There are certain groups of people, however, who are at higher risk of developing high blood pressure, according to Dr. Tan Kok Soon, senior consultant cardiologist at the Mount Elizabeth Medical Center in Singapore.
Those who drink too much caffeine and smoke are most likely to have increased blood pressure. “Caffeine, consumed in the form of coffee, tea or cola drinks, raises both the systolic and diastolic blood pressure, which can persist for a few hours,” says Dr. Soon. “This effect is more likely to occur in hypertensives, especially if they are smokers also.”
Recent studies have shown that smoking is the number one cause of sudden death due to heart attack. The New England Journal of Medicine recently reported that hypertensive smokers are three times more likely than nonsmokers to suffer strokes and twice as likely to have heart attacks.
What about alcoholic beverages? “Drinking 60 grams of alcohol – roughly equivalent to 5 glasses of wine, 5 shots of whiskey or 5 mugs per half-pint of beer – causes an immediate drop in blood pressure followed 6 hours later by a persistent rise in blood pressure,” Dr. Soon says. “As such, individuals who drink more than 5 drinks a day are more likely to be diagnosed as hypertensives.”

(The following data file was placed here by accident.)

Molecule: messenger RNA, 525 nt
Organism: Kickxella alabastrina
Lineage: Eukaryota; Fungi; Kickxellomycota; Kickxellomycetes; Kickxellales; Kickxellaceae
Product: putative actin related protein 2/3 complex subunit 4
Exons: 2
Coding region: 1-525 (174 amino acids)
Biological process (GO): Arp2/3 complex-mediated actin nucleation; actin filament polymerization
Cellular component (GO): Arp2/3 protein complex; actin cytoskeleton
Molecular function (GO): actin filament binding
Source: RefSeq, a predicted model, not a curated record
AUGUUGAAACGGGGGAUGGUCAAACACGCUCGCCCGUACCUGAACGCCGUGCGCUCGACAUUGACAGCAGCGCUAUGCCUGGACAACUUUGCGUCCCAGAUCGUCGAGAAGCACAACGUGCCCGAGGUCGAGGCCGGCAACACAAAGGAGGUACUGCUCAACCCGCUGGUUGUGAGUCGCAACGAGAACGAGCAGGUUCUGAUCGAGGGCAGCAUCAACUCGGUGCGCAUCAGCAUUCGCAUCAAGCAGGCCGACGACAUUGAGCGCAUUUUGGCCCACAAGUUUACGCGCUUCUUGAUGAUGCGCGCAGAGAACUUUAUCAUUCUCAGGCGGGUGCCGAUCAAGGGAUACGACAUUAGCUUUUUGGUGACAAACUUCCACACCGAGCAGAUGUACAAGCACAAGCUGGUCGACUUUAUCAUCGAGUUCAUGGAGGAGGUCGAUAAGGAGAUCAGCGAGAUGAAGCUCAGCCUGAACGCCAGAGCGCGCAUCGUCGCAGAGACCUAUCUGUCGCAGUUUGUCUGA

Salt, which most Filipinos love to overindulge, has also something to do with it. “When one eats salty food, water is retained in the body, increasing the volume of total body fluids, which leads to elevation of blood pressure, especially among hypertensives,” says Dr. Chua.
Hypertension also tends to run in the family. “Hypertension clusters in families,” explains Dr. Jayaram Lingamanaicker, acting head of the cardiology division at the Changi General Hospital in Singapore. “A sibling of hypertensive person has a 3.5 times risk of developing hypertension compared to his counterpart without a hypertensive parent.”
Jonathan, an executive of a computer firm, is now 48. During a recent health check-up conducted by his company, he was one of those singled-out as having hypertension. “How can that be?” he inquired. “I am very healthy.”
Looking at his family history, the doctor explained to him that his father died of a stroke while his mother has a kidney problem. Both were suffering from hypertension.
What should a person with hypertension do once hypertension sets in? Health experts recommend the following:
Know your blood pressure
Until now, there is still no known cure for hypertension, but it can be controlled with prescription medications available today. But hypertensives have to check their blood pressure regularly. “It depends,” says Dr. Chua on how often a hypertensive should check his blood pressure.